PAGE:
Don Frederick, meanwhile, is still out in the city's streets, looking for Don John. A strange woman accosts him, mistaking him for the man she hopes to meet; when she discovers her error, she appeals to his sense of honour to protect her and guide her to safety. Being an honourable fellow, Frederick agrees, and takes her back to his lodging. (The woman turns out to be Costantia, the famous beauty they came to see.) The streets clearly are not safe; two bands of armed men are prowling the city. One is led by the Duke of Ferrara, the man Costantia was expecting to meet; the other is led by Petrucchio, the governor of Bologna and Costantia's brother. The parties meet, and fight; Don John stumbles upon the Duke as he is beset by Petrucchio and his men. Offended by the unfair odds, John draws his sword, fights on the Duke's side, and drives off the attackers, wounding Petrucchio's kinsman Antonio.
It is gradually revealed that Petrucchio is looking for revenge against the Duke for seducing and impregnating his sister Costantia; the mystery baby is their son. John and Frederick are caught up in the affair – but they manage to ascertain that the Duke and Costantia are pre-contracted to marry, which palliates Petrucchio's offended honour. Further complications ensue, however. Costantia confesses her situation to the landlady, and the two women realise that the mystery baby is her son; the landlady takes Costantia to see the baby – which means that both are missing when John and Frederick return. The two friends overhear a young musician named Francisco talking about a woman named Costantia, and they assume he means the Costantia they know – which leads them to doubt the woman's truthfulness and chastity. The situation causes the two friends to begin to suspect each other, and Petrucchio and the Duke to suspect them in turn. The muddle is eventually straightened out, when the four men track down this Costantia and learn that she is another woman of the same name – she is Antonio's courtezan, who has robbed him of gold and jewels, expecting him to die of his wounds.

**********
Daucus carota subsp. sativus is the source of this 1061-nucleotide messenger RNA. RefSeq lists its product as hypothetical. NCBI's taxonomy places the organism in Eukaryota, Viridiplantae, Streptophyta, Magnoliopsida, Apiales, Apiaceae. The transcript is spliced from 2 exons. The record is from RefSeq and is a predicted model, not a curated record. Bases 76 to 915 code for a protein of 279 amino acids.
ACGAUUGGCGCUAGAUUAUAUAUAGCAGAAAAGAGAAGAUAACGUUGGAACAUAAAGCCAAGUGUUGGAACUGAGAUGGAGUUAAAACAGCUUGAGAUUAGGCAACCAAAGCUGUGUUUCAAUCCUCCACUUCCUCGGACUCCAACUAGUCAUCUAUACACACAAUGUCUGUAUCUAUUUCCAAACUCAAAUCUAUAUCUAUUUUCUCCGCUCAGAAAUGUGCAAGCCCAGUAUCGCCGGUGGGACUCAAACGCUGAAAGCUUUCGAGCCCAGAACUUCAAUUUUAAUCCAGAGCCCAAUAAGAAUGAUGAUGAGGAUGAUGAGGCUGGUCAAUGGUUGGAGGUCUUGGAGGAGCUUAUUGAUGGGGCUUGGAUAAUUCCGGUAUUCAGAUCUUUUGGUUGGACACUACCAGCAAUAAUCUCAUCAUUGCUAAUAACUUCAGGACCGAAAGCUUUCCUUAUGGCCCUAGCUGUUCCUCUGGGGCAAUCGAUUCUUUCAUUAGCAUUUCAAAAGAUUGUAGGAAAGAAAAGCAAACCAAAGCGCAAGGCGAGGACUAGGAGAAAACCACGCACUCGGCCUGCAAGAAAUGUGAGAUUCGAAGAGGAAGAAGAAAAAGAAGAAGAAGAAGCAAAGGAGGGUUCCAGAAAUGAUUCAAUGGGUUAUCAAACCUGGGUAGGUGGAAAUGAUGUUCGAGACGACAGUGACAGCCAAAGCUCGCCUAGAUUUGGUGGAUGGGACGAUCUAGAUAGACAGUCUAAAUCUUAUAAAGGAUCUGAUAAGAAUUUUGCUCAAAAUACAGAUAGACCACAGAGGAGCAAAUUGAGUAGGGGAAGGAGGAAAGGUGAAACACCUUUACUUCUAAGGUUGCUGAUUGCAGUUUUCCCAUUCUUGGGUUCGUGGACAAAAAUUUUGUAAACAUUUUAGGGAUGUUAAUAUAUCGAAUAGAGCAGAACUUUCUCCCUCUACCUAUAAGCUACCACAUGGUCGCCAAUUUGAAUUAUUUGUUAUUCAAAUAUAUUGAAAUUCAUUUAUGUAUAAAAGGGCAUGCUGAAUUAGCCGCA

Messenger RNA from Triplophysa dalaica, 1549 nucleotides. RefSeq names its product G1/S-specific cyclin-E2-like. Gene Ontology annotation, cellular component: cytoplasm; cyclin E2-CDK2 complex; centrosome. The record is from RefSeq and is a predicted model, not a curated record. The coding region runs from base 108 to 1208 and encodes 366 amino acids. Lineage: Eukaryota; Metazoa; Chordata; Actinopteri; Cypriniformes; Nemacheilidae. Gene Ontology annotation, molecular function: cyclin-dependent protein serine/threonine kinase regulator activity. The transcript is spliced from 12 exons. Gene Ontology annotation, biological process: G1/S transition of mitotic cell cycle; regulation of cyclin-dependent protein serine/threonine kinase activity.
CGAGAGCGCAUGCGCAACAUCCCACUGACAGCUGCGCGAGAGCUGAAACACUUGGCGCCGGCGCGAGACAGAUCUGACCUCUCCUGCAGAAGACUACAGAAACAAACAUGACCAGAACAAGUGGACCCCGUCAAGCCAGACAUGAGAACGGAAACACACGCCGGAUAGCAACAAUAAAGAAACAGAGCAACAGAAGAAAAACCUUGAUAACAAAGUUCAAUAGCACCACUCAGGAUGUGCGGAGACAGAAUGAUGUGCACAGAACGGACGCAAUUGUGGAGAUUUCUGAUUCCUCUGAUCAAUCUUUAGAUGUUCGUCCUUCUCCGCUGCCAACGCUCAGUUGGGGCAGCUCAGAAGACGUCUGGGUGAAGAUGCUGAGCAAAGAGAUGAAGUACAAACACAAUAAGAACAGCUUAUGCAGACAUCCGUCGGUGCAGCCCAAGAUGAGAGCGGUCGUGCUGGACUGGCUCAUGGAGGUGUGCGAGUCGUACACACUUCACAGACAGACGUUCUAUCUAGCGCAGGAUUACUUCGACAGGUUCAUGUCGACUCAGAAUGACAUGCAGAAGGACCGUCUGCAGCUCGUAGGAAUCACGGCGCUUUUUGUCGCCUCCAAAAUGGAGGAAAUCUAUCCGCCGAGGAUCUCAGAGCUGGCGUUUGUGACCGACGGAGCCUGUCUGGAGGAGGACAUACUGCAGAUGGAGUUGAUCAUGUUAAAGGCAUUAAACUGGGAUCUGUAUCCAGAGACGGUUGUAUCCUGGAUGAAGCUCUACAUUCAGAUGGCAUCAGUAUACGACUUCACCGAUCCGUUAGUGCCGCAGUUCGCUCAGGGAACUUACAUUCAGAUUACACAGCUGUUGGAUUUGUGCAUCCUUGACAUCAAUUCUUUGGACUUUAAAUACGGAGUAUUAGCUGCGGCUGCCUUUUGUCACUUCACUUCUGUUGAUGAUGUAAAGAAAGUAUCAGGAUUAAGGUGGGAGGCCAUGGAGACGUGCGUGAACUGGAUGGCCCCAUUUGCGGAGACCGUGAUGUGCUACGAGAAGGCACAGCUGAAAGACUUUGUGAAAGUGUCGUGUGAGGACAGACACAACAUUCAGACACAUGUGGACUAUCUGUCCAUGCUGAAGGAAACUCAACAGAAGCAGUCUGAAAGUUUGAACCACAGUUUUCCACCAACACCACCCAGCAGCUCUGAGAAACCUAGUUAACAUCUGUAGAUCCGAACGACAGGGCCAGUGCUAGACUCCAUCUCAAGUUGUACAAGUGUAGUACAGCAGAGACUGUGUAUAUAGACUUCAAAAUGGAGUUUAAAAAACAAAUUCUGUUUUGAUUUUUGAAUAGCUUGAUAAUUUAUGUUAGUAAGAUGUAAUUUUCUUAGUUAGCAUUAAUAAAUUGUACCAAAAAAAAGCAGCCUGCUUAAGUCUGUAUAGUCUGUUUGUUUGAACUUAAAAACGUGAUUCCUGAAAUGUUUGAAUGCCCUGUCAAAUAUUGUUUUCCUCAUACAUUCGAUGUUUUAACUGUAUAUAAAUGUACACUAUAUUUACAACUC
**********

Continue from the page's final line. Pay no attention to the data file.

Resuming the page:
The four men are still seeking the aristocratic Costantia; they consult a scholar who has a reputation for conjuring devils and using them to find hidden things and people. The four witness a display of ersatz magic that evokes Costantia and the baby; in the end they learn that the conjuring was staged, and all the parties are re-united for a happy ending.
- Terence P. Logan and Denzell S. Smith, eds., The Later Jacobean and Caroline Dramatists: A Survey and Bibliography of Recent Studies in English Renaissance Drama, Lincoln, NE, University of Nebraska Press, 1978; p. 36.
- Andrew Gurr, The Shakespearean Stage, 1574–1642, Cambridge, Cambridge University Press, 1992; p. 234.
- Alfred Claghorn Potter, A Bibliography of Beaumont and Fletcher, Cambridge, MA, Library of Harvard University, 1895; p. 6.